Next morn­ing, we ne­go­ti­ate the steep roads and vi­cious, fal­land-you’ll-crack-a-kneecap cob­bles af­ter di­gest­ing a patis­serie from j30, mains around j13. More: restau­ran­ter­aff.es. El La­gar de Isilla, Aranda de Duero, near Bur­gos In the big cities, a full-bod­ied red from the Ribera del Duero re­gion is the tip­ple of choice for wash­ing down ta­pas. Trace the grapes to the town of Aranda de Duero, where this un­der­ground bodega serves hun­dreds of bot­tles and roasts milk-fed baby lamb in a brick oven. You’ll pay

for sopa castel­lana (gar­lic soup), roast lamb, dessert, cof­fee and half a bot­tle of wine. Mains around j15. More: la­garisilla.es. break­fast of cus­tard dough­nuts the size of rub­ber buoys. Dali’s sprawl­ing home is nearly as mind­bend­ing as his paint­ings, with stuffed swans, a pe­nis-shaped pool and plenty of mes­meris­ing homages to his wife and muse, Gala. But it’s the views framed in his over­sized win­dows that are most dis­tract­ing — pris­tine fish­ing boats in the cir­cu­lar bay, placed as if he’d painted them there.

Tak­ing a lead from its La Cuchara de San Telmo, San Se­bas­tian The Basque city can be ex­pen­sive, but this corker of a spot is not. Al­though tucked away, it’s al­ways clogged with sous-chefs from the se­ri­ous restau­rants nearby, who take their places at the bar to fill up on per­fect pin­txos (Basque ta­pas), good wine and the vibe. Or­der from the black­board: seared foie gras with ap­ple com­pote, creamy risotto and duck pate are wise choices. Ta­pas dishes from j2.55 to j6. More: lacucha­rade­san­telmo.com.

arty pa­tron, Cadaques has a good hand­ful of for­ward-think­ing gal­leries hid­den down im­pos­si­bly per­fect al­ley­ways, where the wash­ing draped over bal­conies matches the shades of the wood­work and the blooms of pot plants. We poke our noses into a cou­ple — Marges-U and Ga­le­ria d’Art Patrick J. Domken — then, cul­ture ticked off, get back to our main sched­ule. Lunch is chunks of bread smeared with olive oil and tomato at water­side Es Cau, and nutty ice creams on the beach, where a cou­ple of toddlers ten­ta­tively dip toes into the wa­ter.

Should you feel the need to com­bat the kilo­joules, there are plenty of lovely am­bles to se­cluded beaches and lonely bike rides to weird, wind-whipped rock for­ma­tions. We choose to nap our way to­wards hunger on the peb­bles in­stead.

Con­sid­er­ing the cal­i­bre of the chefs, Com­par­tir has opened with a re­mark­able lack of fan­fare. There’s no men­tion of the three men or of El Bulli on the res­tau­rant’s web­site.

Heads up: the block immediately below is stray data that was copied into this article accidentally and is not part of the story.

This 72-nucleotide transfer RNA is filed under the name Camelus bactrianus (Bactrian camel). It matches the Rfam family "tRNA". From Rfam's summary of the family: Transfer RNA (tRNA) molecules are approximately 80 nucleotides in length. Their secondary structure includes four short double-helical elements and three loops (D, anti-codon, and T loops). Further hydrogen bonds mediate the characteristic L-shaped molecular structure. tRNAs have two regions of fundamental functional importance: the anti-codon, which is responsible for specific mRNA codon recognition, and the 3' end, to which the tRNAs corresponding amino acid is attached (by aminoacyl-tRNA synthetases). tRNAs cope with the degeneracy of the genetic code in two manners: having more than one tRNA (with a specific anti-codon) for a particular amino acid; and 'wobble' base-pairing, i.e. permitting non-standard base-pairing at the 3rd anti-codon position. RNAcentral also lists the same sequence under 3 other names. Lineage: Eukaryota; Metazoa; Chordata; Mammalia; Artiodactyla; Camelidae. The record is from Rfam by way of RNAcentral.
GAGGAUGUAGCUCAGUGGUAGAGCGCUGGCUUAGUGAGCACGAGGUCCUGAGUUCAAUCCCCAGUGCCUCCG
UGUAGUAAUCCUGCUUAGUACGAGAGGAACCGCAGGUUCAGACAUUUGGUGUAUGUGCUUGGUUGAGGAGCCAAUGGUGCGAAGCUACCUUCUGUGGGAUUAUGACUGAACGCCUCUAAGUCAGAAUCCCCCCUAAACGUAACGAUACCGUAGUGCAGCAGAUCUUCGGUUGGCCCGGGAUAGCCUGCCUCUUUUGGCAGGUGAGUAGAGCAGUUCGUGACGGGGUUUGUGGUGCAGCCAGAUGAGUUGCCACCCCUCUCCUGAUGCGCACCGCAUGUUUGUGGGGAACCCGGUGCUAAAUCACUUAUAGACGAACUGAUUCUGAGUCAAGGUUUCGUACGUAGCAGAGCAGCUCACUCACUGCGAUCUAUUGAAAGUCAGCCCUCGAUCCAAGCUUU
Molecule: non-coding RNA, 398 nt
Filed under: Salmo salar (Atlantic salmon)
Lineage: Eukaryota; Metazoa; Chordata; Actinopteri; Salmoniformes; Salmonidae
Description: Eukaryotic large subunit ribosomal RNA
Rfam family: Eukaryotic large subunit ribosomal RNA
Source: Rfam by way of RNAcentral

‘‘I can tell you what they don’t want — they don’t want it to be the next El Bulli,’’ Mark Llach, head chef in train­ing, ex­plains as we take our seats ex­cit­edly.

De­spite their ef­forts, word seems to be get­ting around. It’s two weeks af­ter its April open­ing and the place is packed, with dropin din­ers be­ing turned away. Those who have bagged a ta­ble take up po­si­tions in the jas­mi­nes­cented court­yard, dressed in linen shirts and smart jeans, talk­ing a cou­ple of deci­bels too loudly (some­thing to do with the com­pli­men­tary peach mousse cock­tails and wine at a bot­tle). All the while, plates are passed across tables — the small­ish dishes are de­signed for shar­ing. The food doesn’t have the raz­za­matazz of El Bulli ( there are no gor­gonzola bal­loons on the menu), but Com­par­tir is friend­lier and, as Llach tells us, we’re not sup­posed to be com­par­ing.

Even so, I notice a chef charged purely with mak­ing things look pretty — fash­ion­ing arty swirls of sauce and sprin­kling de­li­cious­look­ing dust. Things kick off with a creamy tomato and straw­berry salad, smoth­ered in basil oil and parme­san, fol­lowed by truf­fled an­chovies, ra­zor clams laced with le­mon and bal­anced on peb­bles, chicken doused in heady Cata­lan spices and oys­ters swim­ming in a su­quet sauce that tastes like a warm sea breeze.

And this is all be­fore the hazel­nut pud. Ev­ery­thing is light, fresh and de­li­cious, and our bill comes to each.

Later, af­ter we’ve stag­gered up­stairs and fallen asleep to the rib­bit of frogs and muf­fled chat­ter from be­low, I wake to faint groans from Ge­orgie’s side of the room. Sud­denly, she leaps up and races to the bath­room. I’m not sure what is to blame: that third pud­ding, or the sec­ond bot­tle of wine (or the pre- din­ner bo­querones and sangria by the bay). But next morn­ing, as we se­lect sup­plies in Spar for an air­port pic­nic, I can tell that she doesn’t re­gret a thing. com­par­tir­cadaques.com sal­vador-dali.org the­world­s50best.com

Ed­uard Xa­truch, Ma­teu Casanas and Oriol Cas­tro, the three El Bulli chefs who have set up Com­par­tir res­tau­rant in Cadaques

Sim­ple, rus­tic el­e­gance at the af­ford­able Com­par­tir

The res­tau­rant’s dishes are de­signed for shar­ing